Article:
Emerging new energy trading platforms are mushrooming and are set to challenge Eskom’s energy generation and supply monopoly.
Last month, it was announced that renewable energy company Scatec, Standard Bank and asset management firm Stanlib had established Lyra Energy to offer a low-risk, flexible commercial proposition.
This new renewable energy platform is poised to change the South African energy landscape.
Pretty soon the market will be generating and supplying more than Eskom's share of energy.
Trading and liberalisation of energy trading is not a new phenomena. Globally the model has been tried and tested.
These firms are planning a major takeover of the energy trading business. With their combined capacity in capital, human resources and customer reach expertise they will offer an unparalleled energy service trading platform.
This as South African private companies are launching a new trading platform to compete with Eskom’s energy trading platform. This is not new except that there have been a series of previous proposed initiatives like the REDS initiative.
According to research this is how the Lyra Model will work:
- It offers distributed access to high-quality, affordable and predictable utility-scale renewable energy to medium and large commercial and industrial players.
– Lyra’s aggregator model will fund, build, own, and operate generation assets. The energy from these projects will be transmitted or wheeled, to multiple off-takers, across the national grid. Private sector customers or off-takers can expect increasing savings over time.
– Lyra Energy’s objective is to offer private power supply to the previously unserved segment of the commercial and industrial power users in South Africa. More specifically, users with significant electricity demands, which in itself does not justify the procurement and implementation of a dedicated large renewable energy project. This will also provide clients with green energy certifications that are key to achieving individual and global net zero goals.
Each private sector customer will sign a standardised, fixed-tenor Power Purchase Agreement (PPA) with Lyra which has been developed and tailored taking into account market trends, and seeks to address traditional risks and frictions associated with bi-lateral PPA’s and wheeling of energy.
Scatec CEO Terje Pilskog, said: “Underpinned by Scatec’s extensive, well-established development pipeline, including market-leading technical and operational services, the Lyra platform is in a strong position to leverage economies of scale, minimise risk, and ensure successful, consistent generation of clean electricity.”
“As with other Scatec projects, the platform’s new utility-scale projects will be supported by an Integrated business model, with a strong focus on long-term community impact, and sustainable job creation,” added Terje.
I will keep tabs on this exciting venture as it develops in South Africa!
Lyra Energy already has competition, with a head start. Last year Discovery CEO Adrian Gore unveiled Discovery Green, a renewable energy platform, which opened for business yesterday, that will unlock an investment of roughly R20 billion to R25bn in South Africa’s energy infrastructure.
The platform, developed with the support of RMB, Discovery’s investment banking partner, connects businesses across South Africa to affordable, renewable power generated by utility-scale renewable plants.
Energy platforms are exposed to commodity risks and are energy traders:
Energy trading and risks
The volatility of energy and commodity prices increases the pressure on companies.
Energy suppliers and traders are exposed to extensive risks, which result in particular from the procurement, distribution and trading of raw materials in the form of energy carriers and certificates.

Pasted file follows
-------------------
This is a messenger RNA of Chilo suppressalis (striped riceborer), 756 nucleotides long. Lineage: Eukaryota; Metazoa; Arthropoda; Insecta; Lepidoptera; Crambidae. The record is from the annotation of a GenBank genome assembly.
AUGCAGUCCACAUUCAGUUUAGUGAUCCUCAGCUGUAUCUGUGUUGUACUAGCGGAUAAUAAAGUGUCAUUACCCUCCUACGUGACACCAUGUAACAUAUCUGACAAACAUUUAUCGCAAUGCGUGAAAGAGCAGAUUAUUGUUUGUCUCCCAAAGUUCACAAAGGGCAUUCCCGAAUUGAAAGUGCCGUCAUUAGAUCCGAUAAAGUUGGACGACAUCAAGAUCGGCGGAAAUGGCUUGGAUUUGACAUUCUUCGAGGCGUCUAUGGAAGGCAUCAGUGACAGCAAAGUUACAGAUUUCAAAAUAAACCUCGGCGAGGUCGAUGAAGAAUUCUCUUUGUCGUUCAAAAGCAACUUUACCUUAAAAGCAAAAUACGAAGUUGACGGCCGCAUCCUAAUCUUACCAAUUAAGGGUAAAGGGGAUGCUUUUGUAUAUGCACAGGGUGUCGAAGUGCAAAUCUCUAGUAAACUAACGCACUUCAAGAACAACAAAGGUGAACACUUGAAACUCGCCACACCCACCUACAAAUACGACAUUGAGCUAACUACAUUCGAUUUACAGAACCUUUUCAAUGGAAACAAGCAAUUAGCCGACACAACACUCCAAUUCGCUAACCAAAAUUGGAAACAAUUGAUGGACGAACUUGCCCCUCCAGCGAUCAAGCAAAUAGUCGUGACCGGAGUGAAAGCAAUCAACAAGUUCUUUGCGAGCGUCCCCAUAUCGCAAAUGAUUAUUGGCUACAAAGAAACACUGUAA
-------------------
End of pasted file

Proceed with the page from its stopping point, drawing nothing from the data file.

The type and level of risks depend on the individual corporate strategy, for example the type of procurement, the decision on own market access, and especially the selection of an optimal opportunity/risk profile. As a minimum, the following tasks should be dealt with as part of the management of the resulting opportunities and risks:
– Regular review of the trading and hedging as well as the risk management strategy.
– Review of trading and compliance guidelines
Game theoretic-based energy trading mechanism:
The game theory-based energy exchanging strategy is typically used for developing energy trading models that enable market participants for energy interactions under game theory techniques. This mechanism is more suitable for members who participate in competitive energy environments, and are looking for high-quality and affordable energy interactions
In addition to the aforementioned energy trading mechanisms, there are other mechanisms that are useful for developing effective energy exchanging models in line with the objectives of the related problem.
To understand the difference between wholesale energy markets and traditional financial markets, it's important to grasp the nature of trading electricity, compared to financial assets like equities, bonds, and commodities. The most important difference is that electricity is produced and consumed instantly.
At the wholesale level, electricity cannot be stored, so demand and supply must constantly be balanced in real-time. This balancing leads to a significantly different market design compared to common capital markets.
It has also restricted access to the wholesale markets because while the markets are open, their intimidating technicalities have kept less-experienced traders away. Regulators encourage traders to join the markets, but potential participants must show financial strength as well as technical knowledge to be granted access.
Market Organisation and Design
Energy markets are also much more fragmented than traditional capital markets. The day-ahead and real-time markets are managed and operated by Independent System Operators (ISO). These non-profit entities are organized on a physical grid arrangement commonly referred to as network topology.
There are currently seven ISOs in the US. They also act as exchanges and clearing houses for trading activities on different electricity markets.
Regulation in the electricity market
Regulation plays a crucial role in the wholesale electricity market. Governments set policies and regulations to ensure the market is competitive, to promote the development of renewable energy, and to protect consumers from price gouging. Regulators also oversee the market to ensure that energy providers follow the rules and that prices are fair.
The bottom line
The wholesale electricity market differs significantly from traditional financial markets because electricity cannot be readily stored, and supply and demand must constantly be balanced in real-time.
The market is operated by ISOs, which perform tasks like power plant dispatch and real-time power balance operations, acting as exchanges and clearing houses for trading activities on different electricity markets.